Not to begrudge Penguin Press or Harvard political economist Niall Ferguson their incomes, but a reader would save the price of his new book by reading Paul Krugman’s column in The New York Times and appending a no to whatever he affirms. And a yes to whatever he condemns.
Krugman believes in an active government role in restarting a sagging economy. Ferguson, much prized by conservative economists and politicians, finds such a role close to an abomination. Krugman calls deficits medicine in times of recession. Ferguson calls them poison.
“The Great Degeneration” is a brief book drawn from lectures and rendered in a forceful style of writing that perhaps works better if heard rather than read. It advances a mini-Spenglerian thesis aiming to account for the decline of the longtime era of Western progress, prosperity, confidence, and power. The causes: One, the overwhelming of democratic choice and initiative by the growth of the state. Two, the blunting of Darwinian vitality by regulations aimed at tempering its effects. Three, the displacing of the rule of law under its corrosive nibbling by lawyers. Four, the dwindling role played by associations — unions, guilds, and charitable and public interest groups — again compared with that of the state.
THE GREAT DEGENERATION: How Institutions Decay and Economies Die
Ferguson’s argument against deficits is that whereas Britain survived its massive 19th-century debt from the Napoleonic wars by launching a huge industrial and colonial expansion to compensate, we have nothing today on that scale. We’ve had breathtaking technological advances, but electronics and the Internet lack the expansionist, job-creating muscle of railroads and highways and bridges.
Over-regulation is another impediment to growth, he writes. It has become 100 times more expensive to bring a new product to market than 60 years ago. If salt were a new product the US Food and Drug Administration would ban it because it is toxic when overused. Adam Smith wrote of China as a “stationary” society compared with Western dynamism. Today we are China, and China is us. This seems to contradict Ferguson’s thesis that central control blights growth; however, he predicts that the Chinese boom will not last.
Ferguson’s argument against deficits is moral as well as economic. He cites Edmund Burke: “SOCIETY is indeed a contract . . . the state . . . is . . . a partnership not only between those who are living, but between those who are living, those who are dead, and those who are to be born.”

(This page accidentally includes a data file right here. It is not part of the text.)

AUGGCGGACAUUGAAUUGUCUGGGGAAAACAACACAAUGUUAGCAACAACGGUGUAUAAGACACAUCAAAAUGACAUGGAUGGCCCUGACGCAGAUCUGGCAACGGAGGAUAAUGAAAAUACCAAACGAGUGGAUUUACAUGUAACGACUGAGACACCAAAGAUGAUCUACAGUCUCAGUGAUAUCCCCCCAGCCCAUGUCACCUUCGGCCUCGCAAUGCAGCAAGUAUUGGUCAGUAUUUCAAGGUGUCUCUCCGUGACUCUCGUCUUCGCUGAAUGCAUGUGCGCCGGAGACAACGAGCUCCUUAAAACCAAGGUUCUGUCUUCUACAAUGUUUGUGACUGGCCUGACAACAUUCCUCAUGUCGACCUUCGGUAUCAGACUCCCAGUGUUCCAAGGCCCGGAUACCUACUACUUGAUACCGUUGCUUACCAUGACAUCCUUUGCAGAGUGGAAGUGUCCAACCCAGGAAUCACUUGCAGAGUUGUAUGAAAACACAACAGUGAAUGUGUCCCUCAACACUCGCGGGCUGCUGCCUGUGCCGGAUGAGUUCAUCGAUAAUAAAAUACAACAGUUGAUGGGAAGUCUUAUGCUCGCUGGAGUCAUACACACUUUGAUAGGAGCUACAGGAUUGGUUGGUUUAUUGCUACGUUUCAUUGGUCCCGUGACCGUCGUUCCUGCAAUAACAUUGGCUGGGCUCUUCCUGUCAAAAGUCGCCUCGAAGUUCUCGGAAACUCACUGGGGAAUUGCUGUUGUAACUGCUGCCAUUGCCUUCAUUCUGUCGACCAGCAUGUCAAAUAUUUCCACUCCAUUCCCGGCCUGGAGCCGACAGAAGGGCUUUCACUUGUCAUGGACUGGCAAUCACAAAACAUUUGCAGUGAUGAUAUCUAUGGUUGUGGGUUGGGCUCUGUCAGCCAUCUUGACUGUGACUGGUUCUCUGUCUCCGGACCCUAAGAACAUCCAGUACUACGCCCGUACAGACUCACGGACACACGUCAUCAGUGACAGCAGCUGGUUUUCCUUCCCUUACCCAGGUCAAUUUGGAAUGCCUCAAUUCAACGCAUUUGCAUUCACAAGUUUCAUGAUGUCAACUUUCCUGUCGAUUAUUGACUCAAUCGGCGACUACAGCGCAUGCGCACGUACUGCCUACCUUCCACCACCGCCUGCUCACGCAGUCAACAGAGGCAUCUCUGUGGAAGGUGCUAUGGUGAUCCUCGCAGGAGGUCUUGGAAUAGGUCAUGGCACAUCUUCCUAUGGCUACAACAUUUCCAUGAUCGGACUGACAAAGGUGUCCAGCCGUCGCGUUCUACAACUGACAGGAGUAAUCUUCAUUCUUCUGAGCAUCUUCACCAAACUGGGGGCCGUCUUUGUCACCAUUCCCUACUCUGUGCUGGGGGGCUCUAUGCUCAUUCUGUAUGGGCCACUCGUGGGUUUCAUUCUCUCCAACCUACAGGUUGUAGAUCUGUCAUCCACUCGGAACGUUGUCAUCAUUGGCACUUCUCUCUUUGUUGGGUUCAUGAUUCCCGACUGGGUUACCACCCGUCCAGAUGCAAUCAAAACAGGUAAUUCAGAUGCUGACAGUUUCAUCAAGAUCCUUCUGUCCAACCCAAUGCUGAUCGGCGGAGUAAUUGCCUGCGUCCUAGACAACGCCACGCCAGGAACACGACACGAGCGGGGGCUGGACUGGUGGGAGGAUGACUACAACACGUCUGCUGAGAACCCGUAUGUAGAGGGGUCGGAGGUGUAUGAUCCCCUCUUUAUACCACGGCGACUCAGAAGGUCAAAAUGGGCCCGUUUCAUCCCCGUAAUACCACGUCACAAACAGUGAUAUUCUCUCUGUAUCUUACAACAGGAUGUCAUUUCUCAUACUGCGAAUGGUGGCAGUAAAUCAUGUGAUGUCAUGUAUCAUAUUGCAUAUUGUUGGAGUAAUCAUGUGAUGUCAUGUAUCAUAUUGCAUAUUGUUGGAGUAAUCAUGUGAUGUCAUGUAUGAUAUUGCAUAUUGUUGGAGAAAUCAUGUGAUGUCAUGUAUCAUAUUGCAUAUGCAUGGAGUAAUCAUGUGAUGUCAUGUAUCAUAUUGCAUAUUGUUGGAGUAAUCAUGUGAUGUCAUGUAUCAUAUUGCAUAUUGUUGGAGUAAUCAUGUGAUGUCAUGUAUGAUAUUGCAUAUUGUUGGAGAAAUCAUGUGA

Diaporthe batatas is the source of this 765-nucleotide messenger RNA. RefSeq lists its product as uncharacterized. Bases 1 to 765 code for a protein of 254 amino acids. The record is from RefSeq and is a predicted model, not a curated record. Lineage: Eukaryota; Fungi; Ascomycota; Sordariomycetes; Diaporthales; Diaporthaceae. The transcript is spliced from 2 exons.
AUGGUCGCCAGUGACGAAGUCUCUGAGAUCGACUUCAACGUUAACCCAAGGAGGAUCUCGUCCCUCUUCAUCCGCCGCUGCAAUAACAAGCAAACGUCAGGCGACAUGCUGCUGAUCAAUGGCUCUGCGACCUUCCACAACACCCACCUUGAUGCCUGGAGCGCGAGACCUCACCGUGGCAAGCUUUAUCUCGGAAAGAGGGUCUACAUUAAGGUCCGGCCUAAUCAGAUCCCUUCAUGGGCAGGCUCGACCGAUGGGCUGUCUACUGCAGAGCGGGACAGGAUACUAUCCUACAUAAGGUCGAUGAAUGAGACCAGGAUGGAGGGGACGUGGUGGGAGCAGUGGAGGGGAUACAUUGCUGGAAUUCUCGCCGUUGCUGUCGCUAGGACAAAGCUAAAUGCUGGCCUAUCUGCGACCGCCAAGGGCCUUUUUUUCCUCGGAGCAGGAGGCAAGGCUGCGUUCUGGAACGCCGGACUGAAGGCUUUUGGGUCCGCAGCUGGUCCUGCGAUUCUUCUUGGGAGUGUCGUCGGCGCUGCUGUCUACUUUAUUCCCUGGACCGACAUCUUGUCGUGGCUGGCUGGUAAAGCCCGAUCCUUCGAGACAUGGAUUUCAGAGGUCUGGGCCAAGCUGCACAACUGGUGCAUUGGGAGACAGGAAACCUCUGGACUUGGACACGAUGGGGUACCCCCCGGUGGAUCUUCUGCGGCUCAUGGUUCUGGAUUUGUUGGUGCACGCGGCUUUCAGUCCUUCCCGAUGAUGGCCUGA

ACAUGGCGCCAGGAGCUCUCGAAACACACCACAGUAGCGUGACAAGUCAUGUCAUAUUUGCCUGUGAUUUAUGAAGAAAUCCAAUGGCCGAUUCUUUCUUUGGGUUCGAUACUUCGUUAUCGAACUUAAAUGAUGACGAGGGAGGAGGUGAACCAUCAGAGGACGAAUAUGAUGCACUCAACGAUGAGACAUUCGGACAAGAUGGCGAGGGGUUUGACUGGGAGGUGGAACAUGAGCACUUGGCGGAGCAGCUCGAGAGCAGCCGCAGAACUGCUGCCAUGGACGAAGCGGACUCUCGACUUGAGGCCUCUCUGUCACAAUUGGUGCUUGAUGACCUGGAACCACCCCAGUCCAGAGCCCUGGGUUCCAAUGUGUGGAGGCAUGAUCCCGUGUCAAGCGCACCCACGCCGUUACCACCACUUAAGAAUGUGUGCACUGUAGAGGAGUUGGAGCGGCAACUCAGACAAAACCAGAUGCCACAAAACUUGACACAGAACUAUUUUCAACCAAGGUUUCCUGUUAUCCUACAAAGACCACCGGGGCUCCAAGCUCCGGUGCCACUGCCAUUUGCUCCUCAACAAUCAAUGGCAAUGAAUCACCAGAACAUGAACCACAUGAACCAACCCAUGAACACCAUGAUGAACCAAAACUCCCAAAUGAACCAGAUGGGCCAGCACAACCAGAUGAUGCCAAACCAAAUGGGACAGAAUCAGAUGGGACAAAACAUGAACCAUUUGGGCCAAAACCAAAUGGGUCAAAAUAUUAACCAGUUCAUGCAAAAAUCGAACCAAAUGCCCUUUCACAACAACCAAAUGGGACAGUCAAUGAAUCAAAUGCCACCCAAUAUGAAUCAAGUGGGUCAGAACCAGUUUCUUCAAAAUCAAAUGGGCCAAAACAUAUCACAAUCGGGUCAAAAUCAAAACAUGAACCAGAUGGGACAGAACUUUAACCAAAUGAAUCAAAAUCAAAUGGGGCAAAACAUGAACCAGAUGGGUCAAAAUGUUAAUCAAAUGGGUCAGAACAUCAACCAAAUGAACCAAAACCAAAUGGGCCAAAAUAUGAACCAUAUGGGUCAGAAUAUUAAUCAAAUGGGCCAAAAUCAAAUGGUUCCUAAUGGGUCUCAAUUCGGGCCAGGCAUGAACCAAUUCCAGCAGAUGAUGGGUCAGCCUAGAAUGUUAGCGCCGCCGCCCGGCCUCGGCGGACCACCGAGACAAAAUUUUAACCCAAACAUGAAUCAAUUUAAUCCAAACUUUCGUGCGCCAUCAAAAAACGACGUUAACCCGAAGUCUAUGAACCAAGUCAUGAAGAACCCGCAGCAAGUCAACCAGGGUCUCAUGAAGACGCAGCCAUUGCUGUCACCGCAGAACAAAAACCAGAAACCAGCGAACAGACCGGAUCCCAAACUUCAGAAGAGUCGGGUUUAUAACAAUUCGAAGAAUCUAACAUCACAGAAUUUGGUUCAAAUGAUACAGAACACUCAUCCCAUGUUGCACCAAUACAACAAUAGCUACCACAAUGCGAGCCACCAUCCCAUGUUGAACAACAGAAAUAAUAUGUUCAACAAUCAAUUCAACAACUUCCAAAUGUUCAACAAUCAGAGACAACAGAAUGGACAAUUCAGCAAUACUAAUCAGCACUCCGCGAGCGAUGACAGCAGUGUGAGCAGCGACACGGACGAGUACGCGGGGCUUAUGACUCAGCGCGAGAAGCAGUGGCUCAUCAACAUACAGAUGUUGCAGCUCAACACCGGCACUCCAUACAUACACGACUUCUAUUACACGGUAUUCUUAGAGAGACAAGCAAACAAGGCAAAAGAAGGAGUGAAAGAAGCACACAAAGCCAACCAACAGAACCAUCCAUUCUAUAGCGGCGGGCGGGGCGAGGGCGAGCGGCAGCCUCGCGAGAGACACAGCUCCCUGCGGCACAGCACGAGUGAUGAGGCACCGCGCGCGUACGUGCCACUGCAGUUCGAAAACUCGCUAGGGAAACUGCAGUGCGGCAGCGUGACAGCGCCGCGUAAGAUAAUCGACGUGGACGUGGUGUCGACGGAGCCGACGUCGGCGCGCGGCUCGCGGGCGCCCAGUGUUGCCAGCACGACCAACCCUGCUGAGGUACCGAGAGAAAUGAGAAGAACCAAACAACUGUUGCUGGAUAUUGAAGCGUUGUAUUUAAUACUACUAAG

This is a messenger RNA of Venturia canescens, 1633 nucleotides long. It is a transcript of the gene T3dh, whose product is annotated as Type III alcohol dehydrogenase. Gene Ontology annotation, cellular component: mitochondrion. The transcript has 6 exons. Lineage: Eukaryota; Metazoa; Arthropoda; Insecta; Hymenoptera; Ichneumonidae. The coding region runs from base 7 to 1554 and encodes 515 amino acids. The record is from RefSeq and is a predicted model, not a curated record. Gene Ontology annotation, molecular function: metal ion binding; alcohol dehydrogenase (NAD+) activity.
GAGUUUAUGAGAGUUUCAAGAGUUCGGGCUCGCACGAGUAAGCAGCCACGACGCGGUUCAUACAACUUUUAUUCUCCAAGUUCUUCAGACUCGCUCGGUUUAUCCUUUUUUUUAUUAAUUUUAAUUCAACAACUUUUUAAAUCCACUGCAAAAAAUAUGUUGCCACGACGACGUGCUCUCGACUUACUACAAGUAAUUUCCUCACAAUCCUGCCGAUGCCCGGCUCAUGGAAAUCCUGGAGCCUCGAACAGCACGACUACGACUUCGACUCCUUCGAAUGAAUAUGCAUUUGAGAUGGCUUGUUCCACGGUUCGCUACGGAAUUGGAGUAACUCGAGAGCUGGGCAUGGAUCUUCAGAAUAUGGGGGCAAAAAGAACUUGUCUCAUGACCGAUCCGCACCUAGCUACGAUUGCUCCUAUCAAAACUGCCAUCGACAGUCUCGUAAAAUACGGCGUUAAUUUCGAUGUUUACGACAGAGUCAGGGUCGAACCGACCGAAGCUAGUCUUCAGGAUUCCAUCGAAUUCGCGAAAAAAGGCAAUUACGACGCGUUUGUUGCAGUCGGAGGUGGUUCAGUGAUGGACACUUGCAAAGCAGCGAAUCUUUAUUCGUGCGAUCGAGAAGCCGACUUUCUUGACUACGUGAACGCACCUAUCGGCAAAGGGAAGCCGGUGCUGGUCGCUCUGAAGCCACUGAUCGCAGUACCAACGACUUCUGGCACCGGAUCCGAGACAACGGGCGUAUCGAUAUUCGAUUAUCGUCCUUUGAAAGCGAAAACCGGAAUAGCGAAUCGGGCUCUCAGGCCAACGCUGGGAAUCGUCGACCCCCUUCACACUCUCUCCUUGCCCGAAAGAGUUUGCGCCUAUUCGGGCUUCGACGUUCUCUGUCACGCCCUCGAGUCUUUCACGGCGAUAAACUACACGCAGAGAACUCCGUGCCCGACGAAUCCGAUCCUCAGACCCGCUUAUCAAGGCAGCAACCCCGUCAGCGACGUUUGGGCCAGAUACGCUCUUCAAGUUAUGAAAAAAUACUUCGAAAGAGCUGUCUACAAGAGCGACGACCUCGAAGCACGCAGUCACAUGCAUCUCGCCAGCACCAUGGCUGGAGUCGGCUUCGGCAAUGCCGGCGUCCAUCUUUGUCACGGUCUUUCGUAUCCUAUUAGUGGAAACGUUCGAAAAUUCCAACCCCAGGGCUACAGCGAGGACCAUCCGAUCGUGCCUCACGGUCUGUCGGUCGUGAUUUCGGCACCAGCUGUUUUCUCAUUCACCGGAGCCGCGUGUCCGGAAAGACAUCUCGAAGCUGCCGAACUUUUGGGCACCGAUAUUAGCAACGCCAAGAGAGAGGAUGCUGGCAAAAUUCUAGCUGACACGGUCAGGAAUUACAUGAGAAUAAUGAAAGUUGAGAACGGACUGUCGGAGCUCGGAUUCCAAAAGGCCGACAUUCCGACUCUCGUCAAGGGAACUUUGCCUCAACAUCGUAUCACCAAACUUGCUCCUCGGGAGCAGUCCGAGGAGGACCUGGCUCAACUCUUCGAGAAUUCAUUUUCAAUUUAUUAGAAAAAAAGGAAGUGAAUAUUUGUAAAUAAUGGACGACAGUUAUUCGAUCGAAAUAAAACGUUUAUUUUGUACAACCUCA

He rejects the widespread blaming of banks for encouraging people to take out ruinous loans. It was the borrowers’ fault, he implies. He deplores efforts to curb Wall Street by regulation, but he also deplores the use of derivatives. Some regulations are necessary, he concedes, and, perhaps unexpectedly, calls for harsh punishment of those who violate the ones that exist; he blames the laxity of enforcement for their excesses. It brings to mind an old Tory phrase about “the smack of firm government,” which may seem contradictory (but then Ferguson rather relishes such a thing).
Ferguson cites the certainty of impartial treatment by the law as a factor in Western prosperity. He comes out in favor of common law, traditional in Britain and the United States, as against the written civil law used in Europe; though he goes on to excoriate the clubbiness, even corruption, in its use by 19th-century English courts. He is also, for someone who tends to be placed in the conservative camp, as vehement as any liberal in excoriating the growing inequality between the super rich and everyone else.
His model for thinking and writing about public affairs is the great English political economist Walter Bagehot. (Oddly, for someone who has hard things to say about our Federal Reserve, he praises Bagehot’s advocacy of autonomous power for Britain’s equivalent, the Bank of England.) Bagehot, of course, was a great English stylist who wrote with a near poetic lucidity. Not true of Ferguson.
Bagehot: “Credit is an opinion generated by circumstances.” At random, Ferguson: “[W]e do not know with any certainty how politics will affect a sector that is more vulnerable to expropriation and arbitrary taxation than any other because of the immobile nature of its assets.”
Like other conservatives, Ferguson is prone to use Darwin in writing about society; and he does have a nice passage comparing would-be statists and interventionists to the advocates of intelligent design. Nice, but misused. Darwin’s survival of the fittest was strictly an analysis of what goes on in the natural world. It was far from his gentle and scrupulous thinking to use it as a prescription for society. Darwin was no Darwinist.
Richard Eder, who writes reviews for numerous publications, can be reached at email@example.com.